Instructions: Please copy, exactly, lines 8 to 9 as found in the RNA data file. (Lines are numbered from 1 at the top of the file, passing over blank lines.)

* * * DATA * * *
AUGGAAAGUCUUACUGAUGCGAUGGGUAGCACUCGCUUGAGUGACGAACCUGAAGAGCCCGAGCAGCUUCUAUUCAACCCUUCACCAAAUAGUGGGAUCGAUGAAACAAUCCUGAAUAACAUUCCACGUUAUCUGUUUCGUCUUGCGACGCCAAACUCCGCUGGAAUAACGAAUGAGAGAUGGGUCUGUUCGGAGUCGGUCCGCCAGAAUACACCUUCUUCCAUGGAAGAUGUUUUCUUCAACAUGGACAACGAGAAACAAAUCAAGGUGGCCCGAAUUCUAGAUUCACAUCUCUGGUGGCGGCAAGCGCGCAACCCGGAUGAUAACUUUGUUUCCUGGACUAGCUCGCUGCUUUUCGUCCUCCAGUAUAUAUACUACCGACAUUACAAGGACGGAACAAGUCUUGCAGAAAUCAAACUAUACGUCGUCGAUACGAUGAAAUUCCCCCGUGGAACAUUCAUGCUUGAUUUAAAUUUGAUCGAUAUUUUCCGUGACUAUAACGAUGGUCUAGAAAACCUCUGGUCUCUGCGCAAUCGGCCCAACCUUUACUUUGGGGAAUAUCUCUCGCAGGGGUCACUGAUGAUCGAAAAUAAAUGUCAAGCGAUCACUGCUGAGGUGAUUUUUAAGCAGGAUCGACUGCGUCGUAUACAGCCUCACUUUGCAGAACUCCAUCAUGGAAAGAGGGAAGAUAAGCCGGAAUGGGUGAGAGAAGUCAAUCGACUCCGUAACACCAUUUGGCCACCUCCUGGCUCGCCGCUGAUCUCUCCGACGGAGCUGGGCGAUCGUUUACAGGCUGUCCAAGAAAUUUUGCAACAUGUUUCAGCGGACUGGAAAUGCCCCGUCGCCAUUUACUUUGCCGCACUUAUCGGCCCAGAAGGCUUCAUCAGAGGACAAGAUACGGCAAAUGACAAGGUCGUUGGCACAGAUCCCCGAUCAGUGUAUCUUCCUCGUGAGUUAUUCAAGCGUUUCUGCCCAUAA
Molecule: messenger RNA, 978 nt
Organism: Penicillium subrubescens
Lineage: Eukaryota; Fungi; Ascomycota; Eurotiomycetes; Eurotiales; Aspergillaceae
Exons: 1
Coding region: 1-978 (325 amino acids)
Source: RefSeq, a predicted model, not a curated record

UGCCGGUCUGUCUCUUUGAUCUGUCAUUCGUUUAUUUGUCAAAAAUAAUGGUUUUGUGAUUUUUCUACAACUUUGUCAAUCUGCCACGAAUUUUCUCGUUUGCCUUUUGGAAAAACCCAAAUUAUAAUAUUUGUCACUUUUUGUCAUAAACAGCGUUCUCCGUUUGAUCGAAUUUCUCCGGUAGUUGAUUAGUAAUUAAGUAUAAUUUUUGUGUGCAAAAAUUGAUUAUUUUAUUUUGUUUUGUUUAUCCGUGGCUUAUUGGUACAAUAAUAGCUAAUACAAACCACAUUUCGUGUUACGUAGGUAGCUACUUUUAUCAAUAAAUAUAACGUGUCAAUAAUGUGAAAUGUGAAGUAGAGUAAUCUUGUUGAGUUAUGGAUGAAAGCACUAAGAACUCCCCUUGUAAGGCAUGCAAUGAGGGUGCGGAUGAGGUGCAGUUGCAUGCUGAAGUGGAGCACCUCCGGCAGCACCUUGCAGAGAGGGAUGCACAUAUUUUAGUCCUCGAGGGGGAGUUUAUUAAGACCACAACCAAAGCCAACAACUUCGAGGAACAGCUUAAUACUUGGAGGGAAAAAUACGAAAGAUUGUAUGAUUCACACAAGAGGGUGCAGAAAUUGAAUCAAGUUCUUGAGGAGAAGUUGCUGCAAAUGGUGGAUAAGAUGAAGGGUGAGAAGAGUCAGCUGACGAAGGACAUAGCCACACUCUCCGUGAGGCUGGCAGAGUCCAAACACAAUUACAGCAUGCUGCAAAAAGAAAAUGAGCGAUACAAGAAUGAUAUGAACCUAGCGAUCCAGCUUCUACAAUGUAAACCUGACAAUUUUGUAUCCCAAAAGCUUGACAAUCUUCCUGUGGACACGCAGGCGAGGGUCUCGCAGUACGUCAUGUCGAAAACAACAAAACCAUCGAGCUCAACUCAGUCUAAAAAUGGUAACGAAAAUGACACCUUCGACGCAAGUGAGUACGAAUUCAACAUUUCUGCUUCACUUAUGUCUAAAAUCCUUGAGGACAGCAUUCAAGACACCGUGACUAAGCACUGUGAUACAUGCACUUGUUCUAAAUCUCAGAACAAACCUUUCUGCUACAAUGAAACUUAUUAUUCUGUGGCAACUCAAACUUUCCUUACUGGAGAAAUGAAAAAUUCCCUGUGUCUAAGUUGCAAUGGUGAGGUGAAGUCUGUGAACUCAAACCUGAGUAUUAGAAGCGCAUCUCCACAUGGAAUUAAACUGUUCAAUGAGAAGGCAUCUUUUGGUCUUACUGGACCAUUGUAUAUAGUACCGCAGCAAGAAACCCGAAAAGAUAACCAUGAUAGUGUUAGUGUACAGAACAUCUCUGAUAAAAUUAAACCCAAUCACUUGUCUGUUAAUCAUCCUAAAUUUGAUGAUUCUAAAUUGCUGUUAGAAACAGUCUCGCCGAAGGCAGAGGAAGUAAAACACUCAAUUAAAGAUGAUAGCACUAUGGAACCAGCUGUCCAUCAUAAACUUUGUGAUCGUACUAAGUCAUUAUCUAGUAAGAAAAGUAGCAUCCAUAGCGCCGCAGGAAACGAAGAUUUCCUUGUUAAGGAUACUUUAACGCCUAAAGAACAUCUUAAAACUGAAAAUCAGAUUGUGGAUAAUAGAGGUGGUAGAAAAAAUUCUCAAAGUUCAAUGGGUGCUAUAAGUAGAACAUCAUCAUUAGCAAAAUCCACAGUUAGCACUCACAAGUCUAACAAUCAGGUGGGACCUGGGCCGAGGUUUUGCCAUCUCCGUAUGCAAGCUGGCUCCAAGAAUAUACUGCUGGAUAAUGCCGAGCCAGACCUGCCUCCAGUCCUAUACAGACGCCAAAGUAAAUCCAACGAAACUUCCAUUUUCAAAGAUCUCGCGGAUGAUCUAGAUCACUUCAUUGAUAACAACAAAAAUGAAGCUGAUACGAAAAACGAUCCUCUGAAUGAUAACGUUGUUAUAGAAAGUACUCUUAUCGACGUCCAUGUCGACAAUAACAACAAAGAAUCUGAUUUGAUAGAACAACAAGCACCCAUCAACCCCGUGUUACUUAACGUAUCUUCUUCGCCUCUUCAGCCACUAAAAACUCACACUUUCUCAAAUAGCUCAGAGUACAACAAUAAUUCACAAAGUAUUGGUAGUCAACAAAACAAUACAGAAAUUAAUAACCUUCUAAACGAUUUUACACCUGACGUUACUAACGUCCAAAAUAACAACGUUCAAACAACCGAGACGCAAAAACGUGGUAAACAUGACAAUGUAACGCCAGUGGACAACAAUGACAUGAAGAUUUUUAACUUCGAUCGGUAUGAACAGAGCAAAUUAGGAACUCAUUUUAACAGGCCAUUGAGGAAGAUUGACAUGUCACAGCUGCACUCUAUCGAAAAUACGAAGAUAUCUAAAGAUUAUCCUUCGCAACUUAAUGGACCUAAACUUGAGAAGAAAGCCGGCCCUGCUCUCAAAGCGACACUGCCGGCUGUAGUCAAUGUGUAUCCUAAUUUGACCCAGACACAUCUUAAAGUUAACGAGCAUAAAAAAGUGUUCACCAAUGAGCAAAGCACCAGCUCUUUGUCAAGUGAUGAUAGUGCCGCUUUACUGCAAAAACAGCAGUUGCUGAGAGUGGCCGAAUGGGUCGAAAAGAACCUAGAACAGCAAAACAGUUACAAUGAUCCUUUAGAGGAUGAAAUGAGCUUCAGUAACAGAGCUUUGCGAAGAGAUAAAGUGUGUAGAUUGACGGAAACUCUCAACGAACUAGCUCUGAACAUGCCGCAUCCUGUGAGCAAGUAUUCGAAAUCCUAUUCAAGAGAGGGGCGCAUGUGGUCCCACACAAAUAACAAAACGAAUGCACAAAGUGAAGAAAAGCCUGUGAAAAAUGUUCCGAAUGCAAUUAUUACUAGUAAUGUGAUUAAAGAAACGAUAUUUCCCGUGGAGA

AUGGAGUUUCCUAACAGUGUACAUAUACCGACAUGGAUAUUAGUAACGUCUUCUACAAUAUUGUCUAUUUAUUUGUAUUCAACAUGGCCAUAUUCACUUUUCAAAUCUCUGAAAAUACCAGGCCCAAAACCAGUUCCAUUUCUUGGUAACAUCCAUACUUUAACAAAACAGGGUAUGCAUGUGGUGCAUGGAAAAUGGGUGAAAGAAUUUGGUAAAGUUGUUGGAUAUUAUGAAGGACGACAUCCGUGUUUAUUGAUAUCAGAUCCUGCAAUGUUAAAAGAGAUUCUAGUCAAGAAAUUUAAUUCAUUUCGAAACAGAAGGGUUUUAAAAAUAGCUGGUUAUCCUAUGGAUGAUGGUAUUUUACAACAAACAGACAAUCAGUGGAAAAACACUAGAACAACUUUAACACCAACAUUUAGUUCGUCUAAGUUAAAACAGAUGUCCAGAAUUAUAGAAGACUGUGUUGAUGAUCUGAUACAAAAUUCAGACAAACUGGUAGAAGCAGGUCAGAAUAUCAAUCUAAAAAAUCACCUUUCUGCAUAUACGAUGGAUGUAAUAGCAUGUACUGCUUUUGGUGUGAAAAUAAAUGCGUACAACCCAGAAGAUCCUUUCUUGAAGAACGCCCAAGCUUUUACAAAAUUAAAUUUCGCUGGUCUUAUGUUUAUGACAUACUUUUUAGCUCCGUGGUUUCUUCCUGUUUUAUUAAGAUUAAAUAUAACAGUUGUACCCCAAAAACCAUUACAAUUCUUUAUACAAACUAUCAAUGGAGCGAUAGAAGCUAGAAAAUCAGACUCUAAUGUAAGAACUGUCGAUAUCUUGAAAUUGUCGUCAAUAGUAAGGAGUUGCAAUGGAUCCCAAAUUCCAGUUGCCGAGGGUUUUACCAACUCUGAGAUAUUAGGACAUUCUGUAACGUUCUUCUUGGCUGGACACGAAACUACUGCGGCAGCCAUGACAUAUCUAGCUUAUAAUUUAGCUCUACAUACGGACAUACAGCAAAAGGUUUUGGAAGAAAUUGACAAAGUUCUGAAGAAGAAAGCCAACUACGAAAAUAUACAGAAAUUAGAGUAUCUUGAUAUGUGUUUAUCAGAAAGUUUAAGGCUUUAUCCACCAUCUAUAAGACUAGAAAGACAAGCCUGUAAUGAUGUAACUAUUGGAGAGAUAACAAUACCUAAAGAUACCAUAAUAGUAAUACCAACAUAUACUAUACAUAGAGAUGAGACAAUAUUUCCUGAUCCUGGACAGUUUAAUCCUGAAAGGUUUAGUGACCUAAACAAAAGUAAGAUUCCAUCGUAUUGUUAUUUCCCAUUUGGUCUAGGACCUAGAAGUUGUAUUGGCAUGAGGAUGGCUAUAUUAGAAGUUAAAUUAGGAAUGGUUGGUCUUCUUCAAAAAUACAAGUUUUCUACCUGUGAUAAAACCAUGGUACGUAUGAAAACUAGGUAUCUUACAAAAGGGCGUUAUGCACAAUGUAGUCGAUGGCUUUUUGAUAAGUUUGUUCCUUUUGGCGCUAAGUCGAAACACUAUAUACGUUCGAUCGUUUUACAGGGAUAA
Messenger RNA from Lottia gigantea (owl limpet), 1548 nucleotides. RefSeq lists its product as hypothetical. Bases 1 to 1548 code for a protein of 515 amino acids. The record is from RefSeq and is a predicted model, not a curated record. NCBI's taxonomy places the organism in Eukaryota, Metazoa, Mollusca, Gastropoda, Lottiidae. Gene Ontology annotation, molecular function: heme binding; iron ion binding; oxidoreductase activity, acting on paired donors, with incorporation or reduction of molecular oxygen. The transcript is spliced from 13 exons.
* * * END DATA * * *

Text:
UGCCGGUCUGUCUCUUUGAUCUGUCAUUCGUUUAUUUGUCAAAAAUAAUGGUUUUGUGAUUUUUCUACAACUUUGUCAAUCUGCCACGAAUUUUCUCGUUUGCCUUUUGGAAAAACCCAAAUUAUAAUAUUUGUCACUUUUUGUCAUAAACAGCGUUCUCCGUUUGAUCGAAUUUCUCCGGUAGUUGAUUAGUAAUUAAGUAUAAUUUUUGUGUGCAAAAAUUGAUUAUUUUAUUUUGUUUUGUUUAUCCGUGGCUUAUUGGUACAAUAAUAGCUAAUACAAACCACAUUUCGUGUUACGUAGGUAGCUACUUUUAUCAAUAAAUAUAACGUGUCAAUAAUGUGAAAUGUGAAGUAGAGUAAUCUUGUUGAGUUAUGGAUGAAAGCACUAAGAACUCCCCUUGUAAGGCAUGCAAUGAGGGUGCGGAUGAGGUGCAGUUGCAUGCUGAAGUGGAGCACCUCCGGCAGCACCUUGCAGAGAGGGAUGCACAUAUUUUAGUCCUCGAGGGGGAGUUUAUUAAGACCACAACCAAAGCCAACAACUUCGAGGAACAGCUUAAUACUUGGAGGGAAAAAUACGAAAGAUUGUAUGAUUCACACAAGAGGGUGCAGAAAUUGAAUCAAGUUCUUGAGGAGAAGUUGCUGCAAAUGGUGGAUAAGAUGAAGGGUGAGAAGAGUCAGCUGACGAAGGACAUAGCCACACUCUCCGUGAGGCUGGCAGAGUCCAAACACAAUUACAGCAUGCUGCAAAAAGAAAAUGAGCGAUACAAGAAUGAUAUGAACCUAGCGAUCCAGCUUCUACAAUGUAAACCUGACAAUUUUGUAUCCCAAAAGCUUGACAAUCUUCCUGUGGACACGCAGGCGAGGGUCUCGCAGUACGUCAUGUCGAAAACAACAAAACCAUCGAGCUCAACUCAGUCUAAAAAUGGUAACGAAAAUGACACCUUCGACGCAAGUGAGUACGAAUUCAACAUUUCUGCUUCACUUAUGUCUAAAAUCCUUGAGGACAGCAUUCAAGACACCGUGACUAAGCACUGUGAUACAUGCACUUGUUCUAAAUCUCAGAACAAACCUUUCUGCUACAAUGAAACUUAUUAUUCUGUGGCAACUCAAACUUUCCUUACUGGAGAAAUGAAAAAUUCCCUGUGUCUAAGUUGCAAUGGUGAGGUGAAGUCUGUGAACUCAAACCUGAGUAUUAGAAGCGCAUCUCCACAUGGAAUUAAACUGUUCAAUGAGAAGGCAUCUUUUGGUCUUACUGGACCAUUGUAUAUAGUACCGCAGCAAGAAACCCGAAAAGAUAACCAUGAUAGUGUUAGUGUACAGAACAUCUCUGAUAAAAUUAAACCCAAUCACUUGUCUGUUAAUCAUCCUAAAUUUGAUGAUUCUAAAUUGCUGUUAGAAACAGUCUCGCCGAAGGCAGAGGAAGUAAAACACUCAAUUAAAGAUGAUAGCACUAUGGAACCAGCUGUCCAUCAUAAACUUUGUGAUCGUACUAAGUCAUUAUCUAGUAAGAAAAGUAGCAUCCAUAGCGCCGCAGGAAACGAAGAUUUCCUUGUUAAGGAUACUUUAACGCCUAAAGAACAUCUUAAAACUGAAAAUCAGAUUGUGGAUAAUAGAGGUGGUAGAAAAAAUUCUCAAAGUUCAAUGGGUGCUAUAAGUAGAACAUCAUCAUUAGCAAAAUCCACAGUUAGCACUCACAAGUCUAACAAUCAGGUGGGACCUGGGCCGAGGUUUUGCCAUCUCCGUAUGCAAGCUGGCUCCAAGAAUAUACUGCUGGAUAAUGCCGAGCCAGACCUGCCUCCAGUCCUAUACAGACGCCAAAGUAAAUCCAACGAAACUUCCAUUUUCAAAGAUCUCGCGGAUGAUCUAGAUCACUUCAUUGAUAACAACAAAAAUGAAGCUGAUACGAAAAACGAUCCUCUGAAUGAUAACGUUGUUAUAGAAAGUACUCUUAUCGACGUCCAUGUCGACAAUAACAACAAAGAAUCUGAUUUGAUAGAACAACAAGCACCCAUCAACCCCGUGUUACUUAACGUAUCUUCUUCGCCUCUUCAGCCACUAAAAACUCACACUUUCUCAAAUAGCUCAGAGUACAACAAUAAUUCACAAAGUAUUGGUAGUCAACAAAACAAUACAGAAAUUAAUAACCUUCUAAACGAUUUUACACCUGACGUUACUAACGUCCAAAAUAACAACGUUCAAACAACCGAGACGCAAAAACGUGGUAAACAUGACAAUGUAACGCCAGUGGACAACAAUGACAUGAAGAUUUUUAACUUCGAUCGGUAUGAACAGAGCAAAUUAGGAACUCAUUUUAACAGGCCAUUGAGGAAGAUUGACAUGUCACAGCUGCACUCUAUCGAAAAUACGAAGAUAUCUAAAGAUUAUCCUUCGCAACUUAAUGGACCUAAACUUGAGAAGAAAGCCGGCCCUGCUCUCAAAGCGACACUGCCGGCUGUAGUCAAUGUGUAUCCUAAUUUGACCCAGACACAUCUUAAAGUUAACGAGCAUAAAAAAGUGUUCACCAAUGAGCAAAGCACCAGCUCUUUGUCAAGUGAUGAUAGUGCCGCUUUACUGCAAAAACAGCAGUUGCUGAGAGUGGCCGAAUGGGUCGAAAAGAACCUAGAACAGCAAAACAGUUACAAUGAUCCUUUAGAGGAUGAAAUGAGCUUCAGUAACAGAGCUUUGCGAAGAGAUAAAGUGUGUAGAUUGACGGAAACUCUCAACGAACUAGCUCUGAACAUGCCGCAUCCUGUGAGCAAGUAUUCGAAAUCCUAUUCAAGAGAGGGGCGCAUGUGGUCCCACACAAAUAACAAAACGAAUGCACAAAGUGAAGAAAAGCCUGUGAAAAAUGUUCCGAAUGCAAUUAUUACUAGUAAUGUGAUUAAAGAAACGAUAUUUCCCGUGGAGA

AUGGAGUUUCCUAACAGUGUACAUAUACCGACAUGGAUAUUAGUAACGUCUUCUACAAUAUUGUCUAUUUAUUUGUAUUCAACAUGGCCAUAUUCACUUUUCAAAUCUCUGAAAAUACCAGGCCCAAAACCAGUUCCAUUUCUUGGUAACAUCCAUACUUUAACAAAACAGGGUAUGCAUGUGGUGCAUGGAAAAUGGGUGAAAGAAUUUGGUAAAGUUGUUGGAUAUUAUGAAGGACGACAUCCGUGUUUAUUGAUAUCAGAUCCUGCAAUGUUAAAAGAGAUUCUAGUCAAGAAAUUUAAUUCAUUUCGAAACAGAAGGGUUUUAAAAAUAGCUGGUUAUCCUAUGGAUGAUGGUAUUUUACAACAAACAGACAAUCAGUGGAAAAACACUAGAACAACUUUAACACCAACAUUUAGUUCGUCUAAGUUAAAACAGAUGUCCAGAAUUAUAGAAGACUGUGUUGAUGAUCUGAUACAAAAUUCAGACAAACUGGUAGAAGCAGGUCAGAAUAUCAAUCUAAAAAAUCACCUUUCUGCAUAUACGAUGGAUGUAAUAGCAUGUACUGCUUUUGGUGUGAAAAUAAAUGCGUACAACCCAGAAGAUCCUUUCUUGAAGAACGCCCAAGCUUUUACAAAAUUAAAUUUCGCUGGUCUUAUGUUUAUGACAUACUUUUUAGCUCCGUGGUUUCUUCCUGUUUUAUUAAGAUUAAAUAUAACAGUUGUACCCCAAAAACCAUUACAAUUCUUUAUACAAACUAUCAAUGGAGCGAUAGAAGCUAGAAAAUCAGACUCUAAUGUAAGAACUGUCGAUAUCUUGAAAUUGUCGUCAAUAGUAAGGAGUUGCAAUGGAUCCCAAAUUCCAGUUGCCGAGGGUUUUACCAACUCUGAGAUAUUAGGACAUUCUGUAACGUUCUUCUUGGCUGGACACGAAACUACUGCGGCAGCCAUGACAUAUCUAGCUUAUAAUUUAGCUCUACAUACGGACAUACAGCAAAAGGUUUUGGAAGAAAUUGACAAAGUUCUGAAGAAGAAAGCCAACUACGAAAAUAUACAGAAAUUAGAGUAUCUUGAUAUGUGUUUAUCAGAAAGUUUAAGGCUUUAUCCACCAUCUAUAAGACUAGAAAGACAAGCCUGUAAUGAUGUAACUAUUGGAGAGAUAACAAUACCUAAAGAUACCAUAAUAGUAAUACCAACAUAUACUAUACAUAGAGAUGAGACAAUAUUUCCUGAUCCUGGACAGUUUAAUCCUGAAAGGUUUAGUGACCUAAACAAAAGUAAGAUUCCAUCGUAUUGUUAUUUCCCAUUUGGUCUAGGACCUAGAAGUUGUAUUGGCAUGAGGAUGGCUAUAUUAGAAGUUAAAUUAGGAAUGGUUGGUCUUCUUCAAAAAUACAAGUUUUCUACCUGUGAUAAAACCAUGGUACGUAUGAAAACUAGGUAUCUUACAAAAGGGCGUUAUGCACAAUGUAGUCGAUGGCUUUUUGAUAAGUUUGUUCCUUUUGGCGCUAAGUCGAAACACUAUAUACGUUCGAUCGUUUUACAGGGAUAA